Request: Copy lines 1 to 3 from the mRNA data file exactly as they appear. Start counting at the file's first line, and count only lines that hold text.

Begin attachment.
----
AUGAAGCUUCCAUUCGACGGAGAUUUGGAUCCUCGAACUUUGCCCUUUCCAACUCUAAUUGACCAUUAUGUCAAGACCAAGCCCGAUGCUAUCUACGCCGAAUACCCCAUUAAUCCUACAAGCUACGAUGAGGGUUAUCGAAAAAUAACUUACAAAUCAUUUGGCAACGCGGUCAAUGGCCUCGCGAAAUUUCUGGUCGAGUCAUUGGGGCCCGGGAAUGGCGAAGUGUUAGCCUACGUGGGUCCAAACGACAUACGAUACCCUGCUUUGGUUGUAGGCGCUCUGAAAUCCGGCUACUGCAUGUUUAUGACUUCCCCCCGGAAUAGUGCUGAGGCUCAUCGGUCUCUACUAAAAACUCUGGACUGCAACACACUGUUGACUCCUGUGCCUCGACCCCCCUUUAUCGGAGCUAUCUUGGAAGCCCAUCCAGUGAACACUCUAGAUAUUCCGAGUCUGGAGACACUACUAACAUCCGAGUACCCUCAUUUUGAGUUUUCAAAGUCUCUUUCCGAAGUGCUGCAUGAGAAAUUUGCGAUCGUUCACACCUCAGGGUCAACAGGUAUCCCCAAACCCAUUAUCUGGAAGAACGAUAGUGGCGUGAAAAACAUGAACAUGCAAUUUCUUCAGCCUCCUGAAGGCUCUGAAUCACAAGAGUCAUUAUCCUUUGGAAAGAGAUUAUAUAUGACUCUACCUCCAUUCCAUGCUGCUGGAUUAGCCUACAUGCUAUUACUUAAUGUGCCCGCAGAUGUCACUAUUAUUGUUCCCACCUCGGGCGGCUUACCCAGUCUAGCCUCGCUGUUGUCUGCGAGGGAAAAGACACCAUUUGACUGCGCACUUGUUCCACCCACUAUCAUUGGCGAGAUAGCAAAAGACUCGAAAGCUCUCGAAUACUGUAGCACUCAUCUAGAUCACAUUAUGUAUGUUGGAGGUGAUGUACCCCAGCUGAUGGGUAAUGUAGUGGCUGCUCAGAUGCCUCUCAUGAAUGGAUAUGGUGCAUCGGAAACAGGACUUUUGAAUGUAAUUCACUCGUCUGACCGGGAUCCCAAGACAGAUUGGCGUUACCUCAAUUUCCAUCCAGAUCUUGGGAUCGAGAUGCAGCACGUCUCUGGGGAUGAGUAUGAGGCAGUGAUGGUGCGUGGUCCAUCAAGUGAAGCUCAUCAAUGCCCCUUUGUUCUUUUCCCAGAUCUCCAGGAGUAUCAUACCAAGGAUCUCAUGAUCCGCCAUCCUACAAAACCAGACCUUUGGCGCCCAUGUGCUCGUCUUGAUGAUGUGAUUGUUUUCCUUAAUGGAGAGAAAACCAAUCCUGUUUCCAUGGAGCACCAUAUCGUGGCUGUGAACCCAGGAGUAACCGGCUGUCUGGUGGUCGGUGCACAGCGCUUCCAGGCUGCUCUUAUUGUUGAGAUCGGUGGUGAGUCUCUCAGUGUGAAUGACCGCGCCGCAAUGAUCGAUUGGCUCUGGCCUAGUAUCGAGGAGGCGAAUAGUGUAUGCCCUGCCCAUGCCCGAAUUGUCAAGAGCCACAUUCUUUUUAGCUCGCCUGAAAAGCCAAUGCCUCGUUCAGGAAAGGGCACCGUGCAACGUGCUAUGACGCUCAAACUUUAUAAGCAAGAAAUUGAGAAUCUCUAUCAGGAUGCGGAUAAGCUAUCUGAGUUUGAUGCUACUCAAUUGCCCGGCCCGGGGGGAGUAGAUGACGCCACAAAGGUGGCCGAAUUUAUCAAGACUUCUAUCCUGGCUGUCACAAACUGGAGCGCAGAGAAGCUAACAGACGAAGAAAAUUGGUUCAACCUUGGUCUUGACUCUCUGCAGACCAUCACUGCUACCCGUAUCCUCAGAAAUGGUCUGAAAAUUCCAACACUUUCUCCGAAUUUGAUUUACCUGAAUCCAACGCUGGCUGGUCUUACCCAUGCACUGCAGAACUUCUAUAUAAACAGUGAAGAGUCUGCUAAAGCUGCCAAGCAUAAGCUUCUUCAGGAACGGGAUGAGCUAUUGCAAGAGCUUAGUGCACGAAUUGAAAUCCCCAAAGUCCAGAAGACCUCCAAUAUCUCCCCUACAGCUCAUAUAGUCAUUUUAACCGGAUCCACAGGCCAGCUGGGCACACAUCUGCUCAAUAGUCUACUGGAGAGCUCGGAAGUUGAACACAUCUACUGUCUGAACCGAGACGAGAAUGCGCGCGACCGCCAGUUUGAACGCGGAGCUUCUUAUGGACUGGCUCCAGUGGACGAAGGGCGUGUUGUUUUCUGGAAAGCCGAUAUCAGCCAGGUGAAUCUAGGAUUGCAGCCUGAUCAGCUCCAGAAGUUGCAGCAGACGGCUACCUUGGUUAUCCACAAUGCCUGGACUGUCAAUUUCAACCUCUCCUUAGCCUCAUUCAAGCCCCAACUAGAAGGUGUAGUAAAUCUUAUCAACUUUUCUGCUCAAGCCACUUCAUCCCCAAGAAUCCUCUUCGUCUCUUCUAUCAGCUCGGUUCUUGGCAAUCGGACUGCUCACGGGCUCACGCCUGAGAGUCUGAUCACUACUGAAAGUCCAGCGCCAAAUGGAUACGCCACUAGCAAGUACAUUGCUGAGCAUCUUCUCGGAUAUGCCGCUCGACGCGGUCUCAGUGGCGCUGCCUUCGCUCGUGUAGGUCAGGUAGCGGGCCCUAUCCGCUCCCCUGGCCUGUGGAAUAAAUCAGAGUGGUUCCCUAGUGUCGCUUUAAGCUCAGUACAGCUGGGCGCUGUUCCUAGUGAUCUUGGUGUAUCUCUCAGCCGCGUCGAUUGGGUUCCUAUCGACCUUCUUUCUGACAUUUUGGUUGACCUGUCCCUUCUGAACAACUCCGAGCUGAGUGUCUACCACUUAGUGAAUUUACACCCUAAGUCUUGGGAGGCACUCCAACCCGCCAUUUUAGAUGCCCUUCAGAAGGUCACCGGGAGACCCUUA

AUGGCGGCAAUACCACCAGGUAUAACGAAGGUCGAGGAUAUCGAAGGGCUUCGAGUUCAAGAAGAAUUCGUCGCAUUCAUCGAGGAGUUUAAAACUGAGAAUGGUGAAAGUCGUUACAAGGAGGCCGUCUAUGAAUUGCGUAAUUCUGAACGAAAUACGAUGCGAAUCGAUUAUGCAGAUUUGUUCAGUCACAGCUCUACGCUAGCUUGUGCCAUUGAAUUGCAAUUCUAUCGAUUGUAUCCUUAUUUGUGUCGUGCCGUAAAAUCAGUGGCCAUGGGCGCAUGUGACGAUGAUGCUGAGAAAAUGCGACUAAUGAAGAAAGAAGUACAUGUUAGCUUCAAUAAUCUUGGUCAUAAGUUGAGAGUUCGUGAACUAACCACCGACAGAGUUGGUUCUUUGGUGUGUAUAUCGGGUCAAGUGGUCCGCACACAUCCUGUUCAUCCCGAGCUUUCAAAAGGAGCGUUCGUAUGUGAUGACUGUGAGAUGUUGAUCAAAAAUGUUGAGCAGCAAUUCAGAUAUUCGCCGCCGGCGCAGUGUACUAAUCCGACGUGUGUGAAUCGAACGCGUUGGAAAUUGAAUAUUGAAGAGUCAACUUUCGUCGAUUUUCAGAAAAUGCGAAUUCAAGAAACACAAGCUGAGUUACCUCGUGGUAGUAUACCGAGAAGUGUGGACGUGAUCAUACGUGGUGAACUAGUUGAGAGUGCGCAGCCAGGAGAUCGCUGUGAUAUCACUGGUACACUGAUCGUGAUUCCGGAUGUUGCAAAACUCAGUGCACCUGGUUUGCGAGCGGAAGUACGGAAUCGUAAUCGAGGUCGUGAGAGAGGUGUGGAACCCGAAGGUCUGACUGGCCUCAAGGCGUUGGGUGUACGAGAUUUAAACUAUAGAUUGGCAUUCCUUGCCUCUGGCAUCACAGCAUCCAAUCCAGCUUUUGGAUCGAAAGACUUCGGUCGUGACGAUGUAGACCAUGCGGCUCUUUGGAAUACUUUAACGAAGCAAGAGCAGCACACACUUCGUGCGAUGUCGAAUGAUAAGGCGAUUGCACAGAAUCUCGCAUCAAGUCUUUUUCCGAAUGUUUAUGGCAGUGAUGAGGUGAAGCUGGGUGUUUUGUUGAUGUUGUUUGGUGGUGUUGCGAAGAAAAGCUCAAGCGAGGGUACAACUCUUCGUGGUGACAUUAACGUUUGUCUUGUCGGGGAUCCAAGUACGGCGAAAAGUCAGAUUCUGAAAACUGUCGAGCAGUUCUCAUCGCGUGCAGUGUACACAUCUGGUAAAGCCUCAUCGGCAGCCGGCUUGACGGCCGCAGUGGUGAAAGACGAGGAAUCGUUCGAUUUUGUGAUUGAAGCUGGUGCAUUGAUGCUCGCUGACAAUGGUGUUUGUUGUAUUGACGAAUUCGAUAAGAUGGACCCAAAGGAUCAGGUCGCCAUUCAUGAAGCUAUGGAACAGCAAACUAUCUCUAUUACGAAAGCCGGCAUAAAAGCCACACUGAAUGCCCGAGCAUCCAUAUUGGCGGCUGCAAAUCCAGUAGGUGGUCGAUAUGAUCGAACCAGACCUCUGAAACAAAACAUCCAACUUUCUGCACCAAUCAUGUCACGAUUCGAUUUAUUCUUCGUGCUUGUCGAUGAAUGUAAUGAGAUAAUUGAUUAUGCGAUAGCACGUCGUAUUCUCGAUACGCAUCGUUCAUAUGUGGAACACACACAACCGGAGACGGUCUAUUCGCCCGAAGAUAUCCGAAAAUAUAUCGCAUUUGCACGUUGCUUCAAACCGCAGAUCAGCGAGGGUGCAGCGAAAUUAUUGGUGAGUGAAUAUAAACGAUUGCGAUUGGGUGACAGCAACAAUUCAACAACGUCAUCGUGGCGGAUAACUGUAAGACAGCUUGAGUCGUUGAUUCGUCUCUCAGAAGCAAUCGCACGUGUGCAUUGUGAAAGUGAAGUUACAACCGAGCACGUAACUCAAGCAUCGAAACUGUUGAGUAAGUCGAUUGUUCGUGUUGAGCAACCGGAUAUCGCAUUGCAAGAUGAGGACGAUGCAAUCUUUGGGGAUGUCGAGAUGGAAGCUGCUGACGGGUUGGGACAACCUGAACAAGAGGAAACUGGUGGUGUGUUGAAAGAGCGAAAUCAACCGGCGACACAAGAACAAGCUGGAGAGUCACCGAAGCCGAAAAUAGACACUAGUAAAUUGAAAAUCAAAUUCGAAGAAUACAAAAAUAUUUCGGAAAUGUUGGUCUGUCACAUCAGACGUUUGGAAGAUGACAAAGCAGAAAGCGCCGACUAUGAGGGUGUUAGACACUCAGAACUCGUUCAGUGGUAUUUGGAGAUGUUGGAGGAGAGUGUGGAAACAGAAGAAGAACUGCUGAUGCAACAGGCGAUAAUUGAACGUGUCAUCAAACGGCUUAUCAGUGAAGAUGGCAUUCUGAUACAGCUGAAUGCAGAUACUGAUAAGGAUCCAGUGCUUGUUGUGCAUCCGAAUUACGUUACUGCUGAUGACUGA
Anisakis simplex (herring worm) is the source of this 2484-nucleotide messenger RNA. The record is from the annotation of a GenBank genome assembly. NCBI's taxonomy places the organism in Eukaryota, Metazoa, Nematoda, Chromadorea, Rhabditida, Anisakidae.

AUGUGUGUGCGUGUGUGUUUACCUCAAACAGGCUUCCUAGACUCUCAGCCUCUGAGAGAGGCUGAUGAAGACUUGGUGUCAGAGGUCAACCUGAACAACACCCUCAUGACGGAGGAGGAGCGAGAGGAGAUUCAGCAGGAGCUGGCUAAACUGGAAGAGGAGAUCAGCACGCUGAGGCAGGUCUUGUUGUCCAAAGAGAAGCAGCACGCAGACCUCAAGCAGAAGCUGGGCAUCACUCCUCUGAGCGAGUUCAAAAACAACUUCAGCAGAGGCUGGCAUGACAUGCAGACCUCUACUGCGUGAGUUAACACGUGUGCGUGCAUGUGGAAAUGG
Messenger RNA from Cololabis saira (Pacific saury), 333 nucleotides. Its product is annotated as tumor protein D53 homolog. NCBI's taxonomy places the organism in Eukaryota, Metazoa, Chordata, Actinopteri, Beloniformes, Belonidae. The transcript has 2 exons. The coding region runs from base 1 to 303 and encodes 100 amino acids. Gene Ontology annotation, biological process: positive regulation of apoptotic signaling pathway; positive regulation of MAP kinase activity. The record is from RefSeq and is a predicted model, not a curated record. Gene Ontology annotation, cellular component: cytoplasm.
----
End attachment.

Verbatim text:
AUGAAGCUUCCAUUCGACGGAGAUUUGGAUCCUCGAACUUUGCCCUUUCCAACUCUAAUUGACCAUUAUGUCAAGACCAAGCCCGAUGCUAUCUACGCCGAAUACCCCAUUAAUCCUACAAGCUACGAUGAGGGUUAUCGAAAAAUAACUUACAAAUCAUUUGGCAACGCGGUCAAUGGCCUCGCGAAAUUUCUGGUCGAGUCAUUGGGGCCCGGGAAUGGCGAAGUGUUAGCCUACGUGGGUCCAAACGACAUACGAUACCCUGCUUUGGUUGUAGGCGCUCUGAAAUCCGGCUACUGCAUGUUUAUGACUUCCCCCCGGAAUAGUGCUGAGGCUCAUCGGUCUCUACUAAAAACUCUGGACUGCAACACACUGUUGACUCCUGUGCCUCGACCCCCCUUUAUCGGAGCUAUCUUGGAAGCCCAUCCAGUGAACACUCUAGAUAUUCCGAGUCUGGAGACACUACUAACAUCCGAGUACCCUCAUUUUGAGUUUUCAAAGUCUCUUUCCGAAGUGCUGCAUGAGAAAUUUGCGAUCGUUCACACCUCAGGGUCAACAGGUAUCCCCAAACCCAUUAUCUGGAAGAACGAUAGUGGCGUGAAAAACAUGAACAUGCAAUUUCUUCAGCCUCCUGAAGGCUCUGAAUCACAAGAGUCAUUAUCCUUUGGAAAGAGAUUAUAUAUGACUCUACCUCCAUUCCAUGCUGCUGGAUUAGCCUACAUGCUAUUACUUAAUGUGCCCGCAGAUGUCACUAUUAUUGUUCCCACCUCGGGCGGCUUACCCAGUCUAGCCUCGCUGUUGUCUGCGAGGGAAAAGACACCAUUUGACUGCGCACUUGUUCCACCCACUAUCAUUGGCGAGAUAGCAAAAGACUCGAAAGCUCUCGAAUACUGUAGCACUCAUCUAGAUCACAUUAUGUAUGUUGGAGGUGAUGUACCCCAGCUGAUGGGUAAUGUAGUGGCUGCUCAGAUGCCUCUCAUGAAUGGAUAUGGUGCAUCGGAAACAGGACUUUUGAAUGUAAUUCACUCGUCUGACCGGGAUCCCAAGACAGAUUGGCGUUACCUCAAUUUCCAUCCAGAUCUUGGGAUCGAGAUGCAGCACGUCUCUGGGGAUGAGUAUGAGGCAGUGAUGGUGCGUGGUCCAUCAAGUGAAGCUCAUCAAUGCCCCUUUGUUCUUUUCCCAGAUCUCCAGGAGUAUCAUACCAAGGAUCUCAUGAUCCGCCAUCCUACAAAACCAGACCUUUGGCGCCCAUGUGCUCGUCUUGAUGAUGUGAUUGUUUUCCUUAAUGGAGAGAAAACCAAUCCUGUUUCCAUGGAGCACCAUAUCGUGGCUGUGAACCCAGGAGUAACCGGCUGUCUGGUGGUCGGUGCACAGCGCUUCCAGGCUGCUCUUAUUGUUGAGAUCGGUGGUGAGUCUCUCAGUGUGAAUGACCGCGCCGCAAUGAUCGAUUGGCUCUGGCCUAGUAUCGAGGAGGCGAAUAGUGUAUGCCCUGCCCAUGCCCGAAUUGUCAAGAGCCACAUUCUUUUUAGCUCGCCUGAAAAGCCAAUGCCUCGUUCAGGAAAGGGCACCGUGCAACGUGCUAUGACGCUCAAACUUUAUAAGCAAGAAAUUGAGAAUCUCUAUCAGGAUGCGGAUAAGCUAUCUGAGUUUGAUGCUACUCAAUUGCCCGGCCCGGGGGGAGUAGAUGACGCCACAAAGGUGGCCGAAUUUAUCAAGACUUCUAUCCUGGCUGUCACAAACUGGAGCGCAGAGAAGCUAACAGACGAAGAAAAUUGGUUCAACCUUGGUCUUGACUCUCUGCAGACCAUCACUGCUACCCGUAUCCUCAGAAAUGGUCUGAAAAUUCCAACACUUUCUCCGAAUUUGAUUUACCUGAAUCCAACGCUGGCUGGUCUUACCCAUGCACUGCAGAACUUCUAUAUAAACAGUGAAGAGUCUGCUAAAGCUGCCAAGCAUAAGCUUCUUCAGGAACGGGAUGAGCUAUUGCAAGAGCUUAGUGCACGAAUUGAAAUCCCCAAAGUCCAGAAGACCUCCAAUAUCUCCCCUACAGCUCAUAUAGUCAUUUUAACCGGAUCCACAGGCCAGCUGGGCACACAUCUGCUCAAUAGUCUACUGGAGAGCUCGGAAGUUGAACACAUCUACUGUCUGAACCGAGACGAGAAUGCGCGCGACCGCCAGUUUGAACGCGGAGCUUCUUAUGGACUGGCUCCAGUGGACGAAGGGCGUGUUGUUUUCUGGAAAGCCGAUAUCAGCCAGGUGAAUCUAGGAUUGCAGCCUGAUCAGCUCCAGAAGUUGCAGCAGACGGCUACCUUGGUUAUCCACAAUGCCUGGACUGUCAAUUUCAACCUCUCCUUAGCCUCAUUCAAGCCCCAACUAGAAGGUGUAGUAAAUCUUAUCAACUUUUCUGCUCAAGCCACUUCAUCCCCAAGAAUCCUCUUCGUCUCUUCUAUCAGCUCGGUUCUUGGCAAUCGGACUGCUCACGGGCUCACGCCUGAGAGUCUGAUCACUACUGAAAGUCCAGCGCCAAAUGGAUACGCCACUAGCAAGUACAUUGCUGAGCAUCUUCUCGGAUAUGCCGCUCGACGCGGUCUCAGUGGCGCUGCCUUCGCUCGUGUAGGUCAGGUAGCGGGCCCUAUCCGCUCCCCUGGCCUGUGGAAUAAAUCAGAGUGGUUCCCUAGUGUCGCUUUAAGCUCAGUACAGCUGGGCGCUGUUCCUAGUGAUCUUGGUGUAUCUCUCAGCCGCGUCGAUUGGGUUCCUAUCGACCUUCUUUCUGACAUUUUGGUUGACCUGUCCCUUCUGAACAACUCCGAGCUGAGUGUCUACCACUUAGUGAAUUUACACCCUAAGUCUUGGGAGGCACUCCAACCCGCCAUUUUAGAUGCCCUUCAGAAGGUCACCGGGAGACCCUUA

AUGGCGGCAAUACCACCAGGUAUAACGAAGGUCGAGGAUAUCGAAGGGCUUCGAGUUCAAGAAGAAUUCGUCGCAUUCAUCGAGGAGUUUAAAACUGAGAAUGGUGAAAGUCGUUACAAGGAGGCCGUCUAUGAAUUGCGUAAUUCUGAACGAAAUACGAUGCGAAUCGAUUAUGCAGAUUUGUUCAGUCACAGCUCUACGCUAGCUUGUGCCAUUGAAUUGCAAUUCUAUCGAUUGUAUCCUUAUUUGUGUCGUGCCGUAAAAUCAGUGGCCAUGGGCGCAUGUGACGAUGAUGCUGAGAAAAUGCGACUAAUGAAGAAAGAAGUACAUGUUAGCUUCAAUAAUCUUGGUCAUAAGUUGAGAGUUCGUGAACUAACCACCGACAGAGUUGGUUCUUUGGUGUGUAUAUCGGGUCAAGUGGUCCGCACACAUCCUGUUCAUCCCGAGCUUUCAAAAGGAGCGUUCGUAUGUGAUGACUGUGAGAUGUUGAUCAAAAAUGUUGAGCAGCAAUUCAGAUAUUCGCCGCCGGCGCAGUGUACUAAUCCGACGUGUGUGAAUCGAACGCGUUGGAAAUUGAAUAUUGAAGAGUCAACUUUCGUCGAUUUUCAGAAAAUGCGAAUUCAAGAAACACAAGCUGAGUUACCUCGUGGUAGUAUACCGAGAAGUGUGGACGUGAUCAUACGUGGUGAACUAGUUGAGAGUGCGCAGCCAGGAGAUCGCUGUGAUAUCACUGGUACACUGAUCGUGAUUCCGGAUGUUGCAAAACUCAGUGCACCUGGUUUGCGAGCGGAAGUACGGAAUCGUAAUCGAGGUCGUGAGAGAGGUGUGGAACCCGAAGGUCUGACUGGCCUCAAGGCGUUGGGUGUACGAGAUUUAAACUAUAGAUUGGCAUUCCUUGCCUCUGGCAUCACAGCAUCCAAUCCAGCUUUUGGAUCGAAAGACUUCGGUCGUGACGAUGUAGACCAUGCGGCUCUUUGGAAUACUUUAACGAAGCAAGAGCAGCACACACUUCGUGCGAUGUCGAAUGAUAAGGCGAUUGCACAGAAUCUCGCAUCAAGUCUUUUUCCGAAUGUUUAUGGCAGUGAUGAGGUGAAGCUGGGUGUUUUGUUGAUGUUGUUUGGUGGUGUUGCGAAGAAAAGCUCAAGCGAGGGUACAACUCUUCGUGGUGACAUUAACGUUUGUCUUGUCGGGGAUCCAAGUACGGCGAAAAGUCAGAUUCUGAAAACUGUCGAGCAGUUCUCAUCGCGUGCAGUGUACACAUCUGGUAAAGCCUCAUCGGCAGCCGGCUUGACGGCCGCAGUGGUGAAAGACGAGGAAUCGUUCGAUUUUGUGAUUGAAGCUGGUGCAUUGAUGCUCGCUGACAAUGGUGUUUGUUGUAUUGACGAAUUCGAUAAGAUGGACCCAAAGGAUCAGGUCGCCAUUCAUGAAGCUAUGGAACAGCAAACUAUCUCUAUUACGAAAGCCGGCAUAAAAGCCACACUGAAUGCCCGAGCAUCCAUAUUGGCGGCUGCAAAUCCAGUAGGUGGUCGAUAUGAUCGAACCAGACCUCUGAAACAAAACAUCCAACUUUCUGCACCAAUCAUGUCACGAUUCGAUUUAUUCUUCGUGCUUGUCGAUGAAUGUAAUGAGAUAAUUGAUUAUGCGAUAGCACGUCGUAUUCUCGAUACGCAUCGUUCAUAUGUGGAACACACACAACCGGAGACGGUCUAUUCGCCCGAAGAUAUCCGAAAAUAUAUCGCAUUUGCACGUUGCUUCAAACCGCAGAUCAGCGAGGGUGCAGCGAAAUUAUUGGUGAGUGAAUAUAAACGAUUGCGAUUGGGUGACAGCAACAAUUCAACAACGUCAUCGUGGCGGAUAACUGUAAGACAGCUUGAGUCGUUGAUUCGUCUCUCAGAAGCAAUCGCACGUGUGCAUUGUGAAAGUGAAGUUACAACCGAGCACGUAACUCAAGCAUCGAAACUGUUGAGUAAGUCGAUUGUUCGUGUUGAGCAACCGGAUAUCGCAUUGCAAGAUGAGGACGAUGCAAUCUUUGGGGAUGUCGAGAUGGAAGCUGCUGACGGGUUGGGACAACCUGAACAAGAGGAAACUGGUGGUGUGUUGAAAGAGCGAAAUCAACCGGCGACACAAGAACAAGCUGGAGAGUCACCGAAGCCGAAAAUAGACACUAGUAAAUUGAAAAUCAAAUUCGAAGAAUACAAAAAUAUUUCGGAAAUGUUGGUCUGUCACAUCAGACGUUUGGAAGAUGACAAAGCAGAAAGCGCCGACUAUGAGGGUGUUAGACACUCAGAACUCGUUCAGUGGUAUUUGGAGAUGUUGGAGGAGAGUGUGGAAACAGAAGAAGAACUGCUGAUGCAACAGGCGAUAAUUGAACGUGUCAUCAAACGGCUUAUCAGUGAAGAUGGCAUUCUGAUACAGCUGAAUGCAGAUACUGAUAAGGAUCCAGUGCUUGUUGUGCAUCCGAAUUACGUUACUGCUGAUGACUGA
Anisakis simplex (herring worm) is the source of this 2484-nucleotide messenger RNA. The record is from the annotation of a GenBank genome assembly. NCBI's taxonomy places the organism in Eukaryota, Metazoa, Nematoda, Chromadorea, Rhabditida, Anisakidae.